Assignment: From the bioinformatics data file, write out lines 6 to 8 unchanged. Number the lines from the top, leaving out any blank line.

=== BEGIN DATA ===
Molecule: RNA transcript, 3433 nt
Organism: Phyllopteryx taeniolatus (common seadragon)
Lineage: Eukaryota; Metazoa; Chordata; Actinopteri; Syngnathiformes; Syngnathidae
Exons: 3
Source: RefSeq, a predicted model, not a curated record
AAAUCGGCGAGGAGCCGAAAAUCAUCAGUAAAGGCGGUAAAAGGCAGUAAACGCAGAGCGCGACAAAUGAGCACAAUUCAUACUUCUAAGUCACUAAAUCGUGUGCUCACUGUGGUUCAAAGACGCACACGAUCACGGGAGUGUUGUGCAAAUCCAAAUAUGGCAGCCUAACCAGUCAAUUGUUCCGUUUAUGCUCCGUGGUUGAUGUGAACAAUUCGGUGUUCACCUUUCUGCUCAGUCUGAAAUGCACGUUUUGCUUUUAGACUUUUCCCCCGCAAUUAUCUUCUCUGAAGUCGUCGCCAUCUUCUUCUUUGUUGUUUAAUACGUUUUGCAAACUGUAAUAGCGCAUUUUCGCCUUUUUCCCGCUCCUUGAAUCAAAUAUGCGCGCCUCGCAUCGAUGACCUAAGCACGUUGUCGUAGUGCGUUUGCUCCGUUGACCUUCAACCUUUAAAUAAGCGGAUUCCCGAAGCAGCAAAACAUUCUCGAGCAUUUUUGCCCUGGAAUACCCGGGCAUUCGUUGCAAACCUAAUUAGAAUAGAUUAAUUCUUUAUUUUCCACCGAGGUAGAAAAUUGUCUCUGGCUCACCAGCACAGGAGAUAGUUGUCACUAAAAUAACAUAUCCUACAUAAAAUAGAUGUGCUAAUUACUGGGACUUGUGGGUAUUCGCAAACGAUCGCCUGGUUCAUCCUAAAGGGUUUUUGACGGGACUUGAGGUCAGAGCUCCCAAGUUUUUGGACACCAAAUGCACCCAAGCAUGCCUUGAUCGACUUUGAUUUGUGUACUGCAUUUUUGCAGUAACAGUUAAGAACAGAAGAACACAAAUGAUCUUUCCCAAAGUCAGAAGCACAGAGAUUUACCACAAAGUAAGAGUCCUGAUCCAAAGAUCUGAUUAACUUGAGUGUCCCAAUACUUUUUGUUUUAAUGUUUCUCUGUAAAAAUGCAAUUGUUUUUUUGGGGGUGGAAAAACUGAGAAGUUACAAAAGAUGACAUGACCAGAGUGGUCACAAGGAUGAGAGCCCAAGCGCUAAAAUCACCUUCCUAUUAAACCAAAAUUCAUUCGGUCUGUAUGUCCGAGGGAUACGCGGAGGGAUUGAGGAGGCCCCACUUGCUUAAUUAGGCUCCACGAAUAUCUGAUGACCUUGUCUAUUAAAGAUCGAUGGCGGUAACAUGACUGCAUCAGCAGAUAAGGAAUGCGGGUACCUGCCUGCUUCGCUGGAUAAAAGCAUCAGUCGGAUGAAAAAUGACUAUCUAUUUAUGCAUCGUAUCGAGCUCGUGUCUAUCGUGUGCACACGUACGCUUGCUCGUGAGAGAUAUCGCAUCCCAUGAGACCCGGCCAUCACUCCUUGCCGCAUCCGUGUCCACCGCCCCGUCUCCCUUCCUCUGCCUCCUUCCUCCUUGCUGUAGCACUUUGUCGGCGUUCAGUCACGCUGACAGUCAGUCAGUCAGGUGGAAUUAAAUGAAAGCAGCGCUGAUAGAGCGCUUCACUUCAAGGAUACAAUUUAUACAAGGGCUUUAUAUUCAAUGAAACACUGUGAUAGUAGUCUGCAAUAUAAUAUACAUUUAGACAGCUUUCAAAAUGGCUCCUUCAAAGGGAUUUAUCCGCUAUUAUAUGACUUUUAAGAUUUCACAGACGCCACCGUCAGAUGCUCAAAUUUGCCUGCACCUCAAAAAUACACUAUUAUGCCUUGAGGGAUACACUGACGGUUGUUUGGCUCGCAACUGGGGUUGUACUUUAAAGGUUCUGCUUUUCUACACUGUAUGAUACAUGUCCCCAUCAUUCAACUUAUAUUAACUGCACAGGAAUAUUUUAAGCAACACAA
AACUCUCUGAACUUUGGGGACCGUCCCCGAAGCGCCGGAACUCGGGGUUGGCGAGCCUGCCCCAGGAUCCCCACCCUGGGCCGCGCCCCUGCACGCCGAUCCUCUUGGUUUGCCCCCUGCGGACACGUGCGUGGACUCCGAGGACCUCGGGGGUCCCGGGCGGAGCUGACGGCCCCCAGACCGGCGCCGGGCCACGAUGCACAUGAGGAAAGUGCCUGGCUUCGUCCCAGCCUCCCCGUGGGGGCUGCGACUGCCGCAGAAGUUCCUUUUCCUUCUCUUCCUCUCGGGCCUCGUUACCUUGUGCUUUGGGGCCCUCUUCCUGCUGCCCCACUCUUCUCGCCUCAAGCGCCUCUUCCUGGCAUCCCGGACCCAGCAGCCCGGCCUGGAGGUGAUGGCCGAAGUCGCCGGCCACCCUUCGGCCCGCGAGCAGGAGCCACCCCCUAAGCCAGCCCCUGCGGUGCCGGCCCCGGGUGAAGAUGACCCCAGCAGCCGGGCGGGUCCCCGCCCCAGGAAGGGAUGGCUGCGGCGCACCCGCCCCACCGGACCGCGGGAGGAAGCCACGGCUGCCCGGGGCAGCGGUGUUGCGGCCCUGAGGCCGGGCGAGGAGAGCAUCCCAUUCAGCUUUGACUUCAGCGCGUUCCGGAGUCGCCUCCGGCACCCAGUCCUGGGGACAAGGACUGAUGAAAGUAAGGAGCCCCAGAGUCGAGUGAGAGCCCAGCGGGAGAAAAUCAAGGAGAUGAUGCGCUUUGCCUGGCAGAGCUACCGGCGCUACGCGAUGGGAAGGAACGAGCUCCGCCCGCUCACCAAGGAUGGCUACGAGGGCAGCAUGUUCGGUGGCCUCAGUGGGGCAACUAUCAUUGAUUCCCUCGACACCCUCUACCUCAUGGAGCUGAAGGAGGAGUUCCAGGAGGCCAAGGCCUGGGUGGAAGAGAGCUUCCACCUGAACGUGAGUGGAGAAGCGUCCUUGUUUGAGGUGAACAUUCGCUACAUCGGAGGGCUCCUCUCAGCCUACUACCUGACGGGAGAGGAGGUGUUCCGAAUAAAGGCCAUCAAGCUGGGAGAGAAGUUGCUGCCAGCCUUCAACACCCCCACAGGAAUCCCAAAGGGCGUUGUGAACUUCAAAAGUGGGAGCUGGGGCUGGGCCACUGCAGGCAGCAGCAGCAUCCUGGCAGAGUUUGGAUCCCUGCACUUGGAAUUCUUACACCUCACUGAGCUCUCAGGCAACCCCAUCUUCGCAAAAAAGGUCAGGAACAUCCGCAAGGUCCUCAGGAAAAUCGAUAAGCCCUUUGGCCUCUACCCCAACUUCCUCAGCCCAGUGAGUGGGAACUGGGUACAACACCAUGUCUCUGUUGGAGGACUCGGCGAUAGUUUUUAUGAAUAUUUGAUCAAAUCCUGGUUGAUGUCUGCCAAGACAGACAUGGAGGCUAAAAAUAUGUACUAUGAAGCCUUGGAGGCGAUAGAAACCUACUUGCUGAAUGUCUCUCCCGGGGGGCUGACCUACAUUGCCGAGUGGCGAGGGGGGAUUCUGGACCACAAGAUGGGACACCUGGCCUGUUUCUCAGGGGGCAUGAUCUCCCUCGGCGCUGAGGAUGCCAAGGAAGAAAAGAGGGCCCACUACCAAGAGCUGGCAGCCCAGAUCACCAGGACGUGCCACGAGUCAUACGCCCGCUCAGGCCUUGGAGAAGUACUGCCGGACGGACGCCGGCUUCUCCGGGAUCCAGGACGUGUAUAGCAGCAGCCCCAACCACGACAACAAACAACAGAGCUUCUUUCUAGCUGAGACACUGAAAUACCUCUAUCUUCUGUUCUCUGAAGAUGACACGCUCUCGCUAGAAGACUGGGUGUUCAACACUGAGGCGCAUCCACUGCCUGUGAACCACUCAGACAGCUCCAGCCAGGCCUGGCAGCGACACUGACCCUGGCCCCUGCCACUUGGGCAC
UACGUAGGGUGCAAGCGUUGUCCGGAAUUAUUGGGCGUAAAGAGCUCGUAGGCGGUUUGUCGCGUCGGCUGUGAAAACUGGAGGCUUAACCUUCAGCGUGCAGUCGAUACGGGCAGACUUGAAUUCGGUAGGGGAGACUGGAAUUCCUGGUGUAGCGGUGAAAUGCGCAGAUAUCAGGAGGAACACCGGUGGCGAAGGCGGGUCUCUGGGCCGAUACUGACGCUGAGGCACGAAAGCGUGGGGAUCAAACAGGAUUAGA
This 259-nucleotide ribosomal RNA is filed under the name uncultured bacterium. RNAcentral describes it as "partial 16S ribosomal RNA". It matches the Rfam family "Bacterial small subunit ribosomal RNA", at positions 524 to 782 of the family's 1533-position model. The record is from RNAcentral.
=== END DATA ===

AAAUCGGCGAGGAGCCGAAAAUCAUCAGUAAAGGCGGUAAAAGGCAGUAAACGCAGAGCGCGACAAAUGAGCACAAUUCAUACUUCUAAGUCACUAAAUCGUGUGCUCACUGUGGUUCAAAGACGCACACGAUCACGGGAGUGUUGUGCAAAUCCAAAUAUGGCAGCCUAACCAGUCAAUUGUUCCGUUUAUGCUCCGUGGUUGAUGUGAACAAUUCGGUGUUCACCUUUCUGCUCAGUCUGAAAUGCACGUUUUGCUUUUAGACUUUUCCCCCGCAAUUAUCUUCUCUGAAGUCGUCGCCAUCUUCUUCUUUGUUGUUUAAUACGUUUUGCAAACUGUAAUAGCGCAUUUUCGCCUUUUUCCCGCUCCUUGAAUCAAAUAUGCGCGCCUCGCAUCGAUGACCUAAGCACGUUGUCGUAGUGCGUUUGCUCCGUUGACCUUCAACCUUUAAAUAAGCGGAUUCCCGAAGCAGCAAAACAUUCUCGAGCAUUUUUGCCCUGGAAUACCCGGGCAUUCGUUGCAAACCUAAUUAGAAUAGAUUAAUUCUUUAUUUUCCACCGAGGUAGAAAAUUGUCUCUGGCUCACCAGCACAGGAGAUAGUUGUCACUAAAAUAACAUAUCCUACAUAAAAUAGAUGUGCUAAUUACUGGGACUUGUGGGUAUUCGCAAACGAUCGCCUGGUUCAUCCUAAAGGGUUUUUGACGGGACUUGAGGUCAGAGCUCCCAAGUUUUUGGACACCAAAUGCACCCAAGCAUGCCUUGAUCGACUUUGAUUUGUGUACUGCAUUUUUGCAGUAACAGUUAAGAACAGAAGAACACAAAUGAUCUUUCCCAAAGUCAGAAGCACAGAGAUUUACCACAAAGUAAGAGUCCUGAUCCAAAGAUCUGAUUAACUUGAGUGUCCCAAUACUUUUUGUUUUAAUGUUUCUCUGUAAAAAUGCAAUUGUUUUUUUGGGGGUGGAAAAACUGAGAAGUUACAAAAGAUGACAUGACCAGAGUGGUCACAAGGAUGAGAGCCCAAGCGCUAAAAUCACCUUCCUAUUAAACCAAAAUUCAUUCGGUCUGUAUGUCCGAGGGAUACGCGGAGGGAUUGAGGAGGCCCCACUUGCUUAAUUAGGCUCCACGAAUAUCUGAUGACCUUGUCUAUUAAAGAUCGAUGGCGGUAACAUGACUGCAUCAGCAGAUAAGGAAUGCGGGUACCUGCCUGCUUCGCUGGAUAAAAGCAUCAGUCGGAUGAAAAAUGACUAUCUAUUUAUGCAUCGUAUCGAGCUCGUGUCUAUCGUGUGCACACGUACGCUUGCUCGUGAGAGAUAUCGCAUCCCAUGAGACCCGGCCAUCACUCCUUGCCGCAUCCGUGUCCACCGCCCCGUCUCCCUUCCUCUGCCUCCUUCCUCCUUGCUGUAGCACUUUGUCGGCGUUCAGUCACGCUGACAGUCAGUCAGUCAGGUGGAAUUAAAUGAAAGCAGCGCUGAUAGAGCGCUUCACUUCAAGGAUACAAUUUAUACAAGGGCUUUAUAUUCAAUGAAACACUGUGAUAGUAGUCUGCAAUAUAAUAUACAUUUAGACAGCUUUCAAAAUGGCUCCUUCAAAGGGAUUUAUCCGCUAUUAUAUGACUUUUAAGAUUUCACAGACGCCACCGUCAGAUGCUCAAAUUUGCCUGCACCUCAAAAAUACACUAUUAUGCCUUGAGGGAUACACUGACGGUUGUUUGGCUCGCAACUGGGGUUGUACUUUAAAGGUUCUGCUUUUCUACACUGUAUGAUACAUGUCCCCAUCAUUCAACUUAUAUUAACUGCACAGGAAUAUUUUAAGCAACACAA
AACUCUCUGAACUUUGGGGACCGUCCCCGAAGCGCCGGAACUCGGGGUUGGCGAGCCUGCCCCAGGAUCCCCACCCUGGGCCGCGCCCCUGCACGCCGAUCCUCUUGGUUUGCCCCCUGCGGACACGUGCGUGGACUCCGAGGACCUCGGGGGUCCCGGGCGGAGCUGACGGCCCCCAGACCGGCGCCGGGCCACGAUGCACAUGAGGAAAGUGCCUGGCUUCGUCCCAGCCUCCCCGUGGGGGCUGCGACUGCCGCAGAAGUUCCUUUUCCUUCUCUUCCUCUCGGGCCUCGUUACCUUGUGCUUUGGGGCCCUCUUCCUGCUGCCCCACUCUUCUCGCCUCAAGCGCCUCUUCCUGGCAUCCCGGACCCAGCAGCCCGGCCUGGAGGUGAUGGCCGAAGUCGCCGGCCACCCUUCGGCCCGCGAGCAGGAGCCACCCCCUAAGCCAGCCCCUGCGGUGCCGGCCCCGGGUGAAGAUGACCCCAGCAGCCGGGCGGGUCCCCGCCCCAGGAAGGGAUGGCUGCGGCGCACCCGCCCCACCGGACCGCGGGAGGAAGCCACGGCUGCCCGGGGCAGCGGUGUUGCGGCCCUGAGGCCGGGCGAGGAGAGCAUCCCAUUCAGCUUUGACUUCAGCGCGUUCCGGAGUCGCCUCCGGCACCCAGUCCUGGGGACAAGGACUGAUGAAAGUAAGGAGCCCCAGAGUCGAGUGAGAGCCCAGCGGGAGAAAAUCAAGGAGAUGAUGCGCUUUGCCUGGCAGAGCUACCGGCGCUACGCGAUGGGAAGGAACGAGCUCCGCCCGCUCACCAAGGAUGGCUACGAGGGCAGCAUGUUCGGUGGCCUCAGUGGGGCAACUAUCAUUGAUUCCCUCGACACCCUCUACCUCAUGGAGCUGAAGGAGGAGUUCCAGGAGGCCAAGGCCUGGGUGGAAGAGAGCUUCCACCUGAACGUGAGUGGAGAAGCGUCCUUGUUUGAGGUGAACAUUCGCUACAUCGGAGGGCUCCUCUCAGCCUACUACCUGACGGGAGAGGAGGUGUUCCGAAUAAAGGCCAUCAAGCUGGGAGAGAAGUUGCUGCCAGCCUUCAACACCCCCACAGGAAUCCCAAAGGGCGUUGUGAACUUCAAAAGUGGGAGCUGGGGCUGGGCCACUGCAGGCAGCAGCAGCAUCCUGGCAGAGUUUGGAUCCCUGCACUUGGAAUUCUUACACCUCACUGAGCUCUCAGGCAACCCCAUCUUCGCAAAAAAGGUCAGGAACAUCCGCAAGGUCCUCAGGAAAAUCGAUAAGCCCUUUGGCCUCUACCCCAACUUCCUCAGCCCAGUGAGUGGGAACUGGGUACAACACCAUGUCUCUGUUGGAGGACUCGGCGAUAGUUUUUAUGAAUAUUUGAUCAAAUCCUGGUUGAUGUCUGCCAAGACAGACAUGGAGGCUAAAAAUAUGUACUAUGAAGCCUUGGAGGCGAUAGAAACCUACUUGCUGAAUGUCUCUCCCGGGGGGCUGACCUACAUUGCCGAGUGGCGAGGGGGGAUUCUGGACCACAAGAUGGGACACCUGGCCUGUUUCUCAGGGGGCAUGAUCUCCCUCGGCGCUGAGGAUGCCAAGGAAGAAAAGAGGGCCCACUACCAAGAGCUGGCAGCCCAGAUCACCAGGACGUGCCACGAGUCAUACGCCCGCUCAGGCCUUGGAGAAGUACUGCCGGACGGACGCCGGCUUCUCCGGGAUCCAGGACGUGUAUAGCAGCAGCCCCAACCACGACAACAAACAACAGAGCUUCUUUCUAGCUGAGACACUGAAAUACCUCUAUCUUCUGUUCUCUGAAGAUGACACGCUCUCGCUAGAAGACUGGGUGUUCAACACUGAGGCGCAUCCACUGCCUGUGAACCACUCAGACAGCUCCAGCCAGGCCUGGCAGCGACACUGACCCUGGCCCCUGCCACUUGGGCAC
UACGUAGGGUGCAAGCGUUGUCCGGAAUUAUUGGGCGUAAAGAGCUCGUAGGCGGUUUGUCGCGUCGGCUGUGAAAACUGGAGGCUUAACCUUCAGCGUGCAGUCGAUACGGGCAGACUUGAAUUCGGUAGGGGAGACUGGAAUUCCUGGUGUAGCGGUGAAAUGCGCAGAUAUCAGGAGGAACACCGGUGGCGAAGGCGGGUCUCUGGGCCGAUACUGACGCUGAGGCACGAAAGCGUGGGGAUCAAACAGGAUUAGA